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Northern Illinois University Learning Outcomes

All colleges and universities use multiple approaches to measure student learning. Many of these are specific to particular disciplines, many are coordinated with accrediting agencies, and many are based on outcomes after students have graduated. 




Northern Illinois University administered the AAC&U VALUE Rubrics in 2014 - 2015.

Northern Illinois University conducted a Value-added administration of the AAC&U VALUE Rubrics in 2014 - 2015. The results are displayed below in the SLO Results tab.

For additional information on NIU’s process for administering AAC&U VALUE Rubrics, please click on the Assessment Process Tab below. For information on the students included in the administration, please click the Students Tested Tab.

Why did you choose the AAC&U VALUE Rubrics for your institutional assessment?

Northern Illinois University chose to use the AAC&U VALUE Rubrics because they offer an authentic measure of students' critical thinking and writing abilities. 


Which Northern Illinois University students are assessed? When?

A targeted sample of 350 freshmen writing samples are assessed in the Fall semester and another sample of 350 senior writing samples are assessed in the Spring semester.


How are assessment data collected?

The Office of Assessment Services works with First-Year Composition to solicit the freshman writing samples in the fall. Senior writing samples are solicited from the six academic departments across the university. Many of the faculty providing papers participate in Writing Across the Curriculum.


How are data reported within Northern Illinois University ?

Freshman writing samples are analyzed by a team of scorers in the English department in the Fall. Senior writing samples are analyzed by a team of scorers in the English department in the Spring. Scores are submitted to the Office of Assessment Services, who aggregates the data for reporting and disseminates the results to the campus community.  Further, the Office of Assessment Services sends reports to the instructors, department chairs, and college offices regarding students in their class or program.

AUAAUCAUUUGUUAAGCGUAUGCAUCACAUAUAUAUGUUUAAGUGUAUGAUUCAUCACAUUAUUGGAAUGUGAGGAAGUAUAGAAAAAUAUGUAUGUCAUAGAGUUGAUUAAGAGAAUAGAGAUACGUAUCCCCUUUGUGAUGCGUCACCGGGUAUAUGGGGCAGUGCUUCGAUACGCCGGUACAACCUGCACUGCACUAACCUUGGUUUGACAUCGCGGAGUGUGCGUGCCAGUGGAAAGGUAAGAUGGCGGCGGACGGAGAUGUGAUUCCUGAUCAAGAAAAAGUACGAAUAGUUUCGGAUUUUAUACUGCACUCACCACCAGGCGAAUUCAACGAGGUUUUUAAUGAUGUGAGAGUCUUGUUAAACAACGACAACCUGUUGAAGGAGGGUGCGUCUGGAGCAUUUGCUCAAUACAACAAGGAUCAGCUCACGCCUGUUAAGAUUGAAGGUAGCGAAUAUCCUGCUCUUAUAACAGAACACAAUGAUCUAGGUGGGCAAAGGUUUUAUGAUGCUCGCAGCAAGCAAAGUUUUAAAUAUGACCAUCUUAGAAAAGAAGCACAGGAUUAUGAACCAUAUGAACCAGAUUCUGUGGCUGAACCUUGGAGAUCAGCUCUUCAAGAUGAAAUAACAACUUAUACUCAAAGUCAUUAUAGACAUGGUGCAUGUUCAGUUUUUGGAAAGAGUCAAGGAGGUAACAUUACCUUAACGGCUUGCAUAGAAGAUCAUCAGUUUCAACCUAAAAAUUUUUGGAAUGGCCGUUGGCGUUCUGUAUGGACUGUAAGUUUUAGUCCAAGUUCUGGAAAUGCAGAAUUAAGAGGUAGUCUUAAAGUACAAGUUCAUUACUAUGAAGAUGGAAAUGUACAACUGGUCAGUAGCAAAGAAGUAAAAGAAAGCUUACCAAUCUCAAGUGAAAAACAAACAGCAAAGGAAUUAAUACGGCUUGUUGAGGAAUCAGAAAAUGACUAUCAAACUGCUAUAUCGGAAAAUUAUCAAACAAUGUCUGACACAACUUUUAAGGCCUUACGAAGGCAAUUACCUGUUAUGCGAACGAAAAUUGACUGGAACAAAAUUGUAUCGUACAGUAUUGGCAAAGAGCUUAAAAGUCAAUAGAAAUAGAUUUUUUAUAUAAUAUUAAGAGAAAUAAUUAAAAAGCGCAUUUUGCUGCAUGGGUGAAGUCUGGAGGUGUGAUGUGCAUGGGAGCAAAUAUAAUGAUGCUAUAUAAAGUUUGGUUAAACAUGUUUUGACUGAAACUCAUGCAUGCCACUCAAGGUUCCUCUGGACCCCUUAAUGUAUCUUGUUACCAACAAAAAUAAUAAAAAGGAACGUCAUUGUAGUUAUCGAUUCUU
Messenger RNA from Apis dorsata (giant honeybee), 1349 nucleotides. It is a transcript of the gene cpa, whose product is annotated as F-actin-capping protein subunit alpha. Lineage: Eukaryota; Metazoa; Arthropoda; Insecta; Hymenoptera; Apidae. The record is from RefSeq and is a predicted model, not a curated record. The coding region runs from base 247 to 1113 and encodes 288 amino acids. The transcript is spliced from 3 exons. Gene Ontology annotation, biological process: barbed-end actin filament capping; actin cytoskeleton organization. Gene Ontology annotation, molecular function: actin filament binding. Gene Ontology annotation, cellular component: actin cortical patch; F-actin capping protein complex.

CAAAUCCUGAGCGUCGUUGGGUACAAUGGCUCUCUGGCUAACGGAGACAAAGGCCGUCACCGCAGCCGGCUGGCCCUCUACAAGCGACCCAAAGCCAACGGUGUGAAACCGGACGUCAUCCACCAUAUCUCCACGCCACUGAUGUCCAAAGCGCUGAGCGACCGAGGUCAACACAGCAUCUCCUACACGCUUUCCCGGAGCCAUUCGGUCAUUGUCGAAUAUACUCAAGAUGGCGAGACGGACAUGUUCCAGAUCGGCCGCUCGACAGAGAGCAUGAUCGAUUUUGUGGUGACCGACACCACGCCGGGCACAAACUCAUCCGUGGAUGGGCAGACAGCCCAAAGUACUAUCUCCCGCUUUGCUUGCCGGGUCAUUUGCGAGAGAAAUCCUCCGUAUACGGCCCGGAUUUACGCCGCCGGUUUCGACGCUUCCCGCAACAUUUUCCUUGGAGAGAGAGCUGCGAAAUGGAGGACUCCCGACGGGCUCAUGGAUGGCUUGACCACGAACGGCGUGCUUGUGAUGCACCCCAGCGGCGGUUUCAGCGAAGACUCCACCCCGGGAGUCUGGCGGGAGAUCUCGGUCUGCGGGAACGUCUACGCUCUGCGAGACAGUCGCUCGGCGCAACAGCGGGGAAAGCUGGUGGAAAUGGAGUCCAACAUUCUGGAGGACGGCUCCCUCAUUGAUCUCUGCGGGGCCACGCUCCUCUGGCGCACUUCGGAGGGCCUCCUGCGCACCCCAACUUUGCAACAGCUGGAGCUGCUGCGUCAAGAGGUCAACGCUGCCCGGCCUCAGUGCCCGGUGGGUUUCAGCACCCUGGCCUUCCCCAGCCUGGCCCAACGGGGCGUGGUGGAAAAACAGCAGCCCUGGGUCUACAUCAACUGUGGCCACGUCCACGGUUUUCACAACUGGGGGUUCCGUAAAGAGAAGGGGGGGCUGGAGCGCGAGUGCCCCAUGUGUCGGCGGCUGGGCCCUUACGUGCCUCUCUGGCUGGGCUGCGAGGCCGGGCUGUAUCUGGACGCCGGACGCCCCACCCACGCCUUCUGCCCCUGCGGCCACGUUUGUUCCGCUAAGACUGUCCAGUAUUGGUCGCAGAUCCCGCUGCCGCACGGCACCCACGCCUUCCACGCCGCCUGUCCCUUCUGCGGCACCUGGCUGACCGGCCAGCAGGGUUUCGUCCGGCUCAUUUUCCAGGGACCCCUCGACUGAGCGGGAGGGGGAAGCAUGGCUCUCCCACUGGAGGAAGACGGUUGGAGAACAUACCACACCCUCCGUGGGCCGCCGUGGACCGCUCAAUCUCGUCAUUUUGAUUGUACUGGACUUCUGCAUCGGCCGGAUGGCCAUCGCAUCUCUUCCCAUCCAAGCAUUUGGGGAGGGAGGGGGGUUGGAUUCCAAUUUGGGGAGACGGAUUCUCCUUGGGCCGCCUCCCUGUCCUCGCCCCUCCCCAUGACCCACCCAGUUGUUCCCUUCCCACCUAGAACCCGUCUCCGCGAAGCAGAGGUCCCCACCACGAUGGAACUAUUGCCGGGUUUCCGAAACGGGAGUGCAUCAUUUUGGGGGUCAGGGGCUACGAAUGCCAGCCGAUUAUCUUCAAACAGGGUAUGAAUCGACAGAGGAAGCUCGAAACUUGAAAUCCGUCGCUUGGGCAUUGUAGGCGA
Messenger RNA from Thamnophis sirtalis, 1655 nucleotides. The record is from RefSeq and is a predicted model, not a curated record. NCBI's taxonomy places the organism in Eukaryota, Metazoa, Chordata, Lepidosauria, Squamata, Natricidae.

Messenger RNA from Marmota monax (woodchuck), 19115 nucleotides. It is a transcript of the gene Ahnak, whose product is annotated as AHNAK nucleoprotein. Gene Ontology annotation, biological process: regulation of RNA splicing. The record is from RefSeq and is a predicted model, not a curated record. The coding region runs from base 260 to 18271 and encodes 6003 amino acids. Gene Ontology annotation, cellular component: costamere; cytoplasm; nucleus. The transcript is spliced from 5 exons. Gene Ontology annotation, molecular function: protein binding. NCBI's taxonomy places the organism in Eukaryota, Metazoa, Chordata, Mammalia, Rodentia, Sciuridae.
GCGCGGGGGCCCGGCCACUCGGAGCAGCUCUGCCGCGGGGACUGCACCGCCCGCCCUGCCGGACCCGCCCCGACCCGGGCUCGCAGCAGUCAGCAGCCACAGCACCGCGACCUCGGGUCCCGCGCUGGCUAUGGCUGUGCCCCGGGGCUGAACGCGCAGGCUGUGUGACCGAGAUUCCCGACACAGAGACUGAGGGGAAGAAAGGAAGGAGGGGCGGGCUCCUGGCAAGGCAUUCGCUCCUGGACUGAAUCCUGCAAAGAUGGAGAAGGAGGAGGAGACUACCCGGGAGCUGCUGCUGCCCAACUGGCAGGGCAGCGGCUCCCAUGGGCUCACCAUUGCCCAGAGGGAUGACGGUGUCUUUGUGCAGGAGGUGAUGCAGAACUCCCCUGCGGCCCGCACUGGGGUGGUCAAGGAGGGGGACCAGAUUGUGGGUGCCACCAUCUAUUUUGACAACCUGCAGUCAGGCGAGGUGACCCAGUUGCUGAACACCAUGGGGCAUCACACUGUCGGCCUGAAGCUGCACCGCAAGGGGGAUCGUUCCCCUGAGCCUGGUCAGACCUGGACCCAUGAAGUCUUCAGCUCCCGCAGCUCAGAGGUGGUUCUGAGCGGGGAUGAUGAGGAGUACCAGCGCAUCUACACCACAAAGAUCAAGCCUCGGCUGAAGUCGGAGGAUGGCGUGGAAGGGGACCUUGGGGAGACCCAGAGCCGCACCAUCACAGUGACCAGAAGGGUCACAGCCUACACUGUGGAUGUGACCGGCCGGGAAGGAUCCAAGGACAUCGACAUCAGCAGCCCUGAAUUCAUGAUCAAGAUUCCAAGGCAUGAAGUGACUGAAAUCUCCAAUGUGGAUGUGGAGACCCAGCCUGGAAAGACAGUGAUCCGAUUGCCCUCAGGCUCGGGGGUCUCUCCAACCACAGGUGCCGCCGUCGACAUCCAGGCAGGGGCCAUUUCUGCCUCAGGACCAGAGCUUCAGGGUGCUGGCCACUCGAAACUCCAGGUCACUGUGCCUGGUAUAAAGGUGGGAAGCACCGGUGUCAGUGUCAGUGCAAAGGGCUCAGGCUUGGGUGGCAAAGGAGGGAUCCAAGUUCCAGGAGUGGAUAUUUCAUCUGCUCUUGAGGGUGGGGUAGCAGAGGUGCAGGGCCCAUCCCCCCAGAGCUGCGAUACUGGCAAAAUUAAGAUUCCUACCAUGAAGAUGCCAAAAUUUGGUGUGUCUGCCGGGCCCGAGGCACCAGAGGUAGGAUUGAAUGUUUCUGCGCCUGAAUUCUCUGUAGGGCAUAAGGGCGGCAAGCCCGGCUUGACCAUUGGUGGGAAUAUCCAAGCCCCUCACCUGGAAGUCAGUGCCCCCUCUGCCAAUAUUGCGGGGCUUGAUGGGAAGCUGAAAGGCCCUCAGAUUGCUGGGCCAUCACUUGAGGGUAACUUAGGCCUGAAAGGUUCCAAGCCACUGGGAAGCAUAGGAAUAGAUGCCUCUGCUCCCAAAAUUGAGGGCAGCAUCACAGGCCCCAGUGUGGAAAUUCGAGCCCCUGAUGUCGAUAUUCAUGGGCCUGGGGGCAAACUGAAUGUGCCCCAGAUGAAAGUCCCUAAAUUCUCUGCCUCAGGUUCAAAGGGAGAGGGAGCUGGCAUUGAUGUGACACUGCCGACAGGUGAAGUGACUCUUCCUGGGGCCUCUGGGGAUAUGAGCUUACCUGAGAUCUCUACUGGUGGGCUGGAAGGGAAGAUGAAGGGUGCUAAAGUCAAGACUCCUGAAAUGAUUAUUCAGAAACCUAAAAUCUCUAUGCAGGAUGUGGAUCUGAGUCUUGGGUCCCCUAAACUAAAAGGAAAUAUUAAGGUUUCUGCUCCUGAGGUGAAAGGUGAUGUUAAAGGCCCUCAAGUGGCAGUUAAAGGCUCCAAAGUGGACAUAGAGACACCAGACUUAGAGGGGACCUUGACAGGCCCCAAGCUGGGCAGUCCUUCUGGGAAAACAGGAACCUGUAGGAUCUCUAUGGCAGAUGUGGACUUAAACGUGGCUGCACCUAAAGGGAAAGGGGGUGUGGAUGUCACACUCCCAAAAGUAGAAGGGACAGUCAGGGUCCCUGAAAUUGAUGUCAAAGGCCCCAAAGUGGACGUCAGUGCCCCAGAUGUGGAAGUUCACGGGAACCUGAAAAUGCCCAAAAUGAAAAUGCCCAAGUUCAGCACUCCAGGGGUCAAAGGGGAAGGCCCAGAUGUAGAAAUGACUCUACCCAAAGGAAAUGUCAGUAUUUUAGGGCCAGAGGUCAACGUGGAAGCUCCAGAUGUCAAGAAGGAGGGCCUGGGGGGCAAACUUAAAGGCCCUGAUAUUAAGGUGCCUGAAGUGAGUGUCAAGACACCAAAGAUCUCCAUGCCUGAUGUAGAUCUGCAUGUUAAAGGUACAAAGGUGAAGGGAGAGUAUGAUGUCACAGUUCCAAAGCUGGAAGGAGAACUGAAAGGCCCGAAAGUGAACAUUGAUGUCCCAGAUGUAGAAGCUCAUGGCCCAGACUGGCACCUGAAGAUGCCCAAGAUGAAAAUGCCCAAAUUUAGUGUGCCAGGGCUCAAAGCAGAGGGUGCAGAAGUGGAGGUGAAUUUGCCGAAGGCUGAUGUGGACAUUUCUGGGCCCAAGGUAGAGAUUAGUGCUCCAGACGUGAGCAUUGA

How are assessment data at NIU used to guide program improvements?

The final reports generated by the Office of Assessment Services show areas in which students can improve. Individual programs add this information to other data they collect regarding student learning outcomes. They submit annual update reports to the Office of Assessment Services outlining their use of data to improve student learning.


Of 1655 freshmen students eligible to be tested, 275 (17%) were included in the tested sample at Northern Illinois University .


Of 5030 senior students eligible to be tested, 422 (8%) were included in the tested sample at Northern Illinois University .


Probability sampling, where a small randomly selected sample of a larger population can be used to estimate the learning gains in the entire population with statistical confidence, provides the foundation for campus-level student learning outcomes assessment at many institutions. It's important, however, to review the demographics of the tested sample of students to ensure that the proportion of students within a given group in the tested sample is close to the proportion of students in that group in the total population. Differences in proportions don't mean the results aren't valid, but they do mean that institutions need to use caution in interpreting the results for the groups that are under-represented in the tested sample.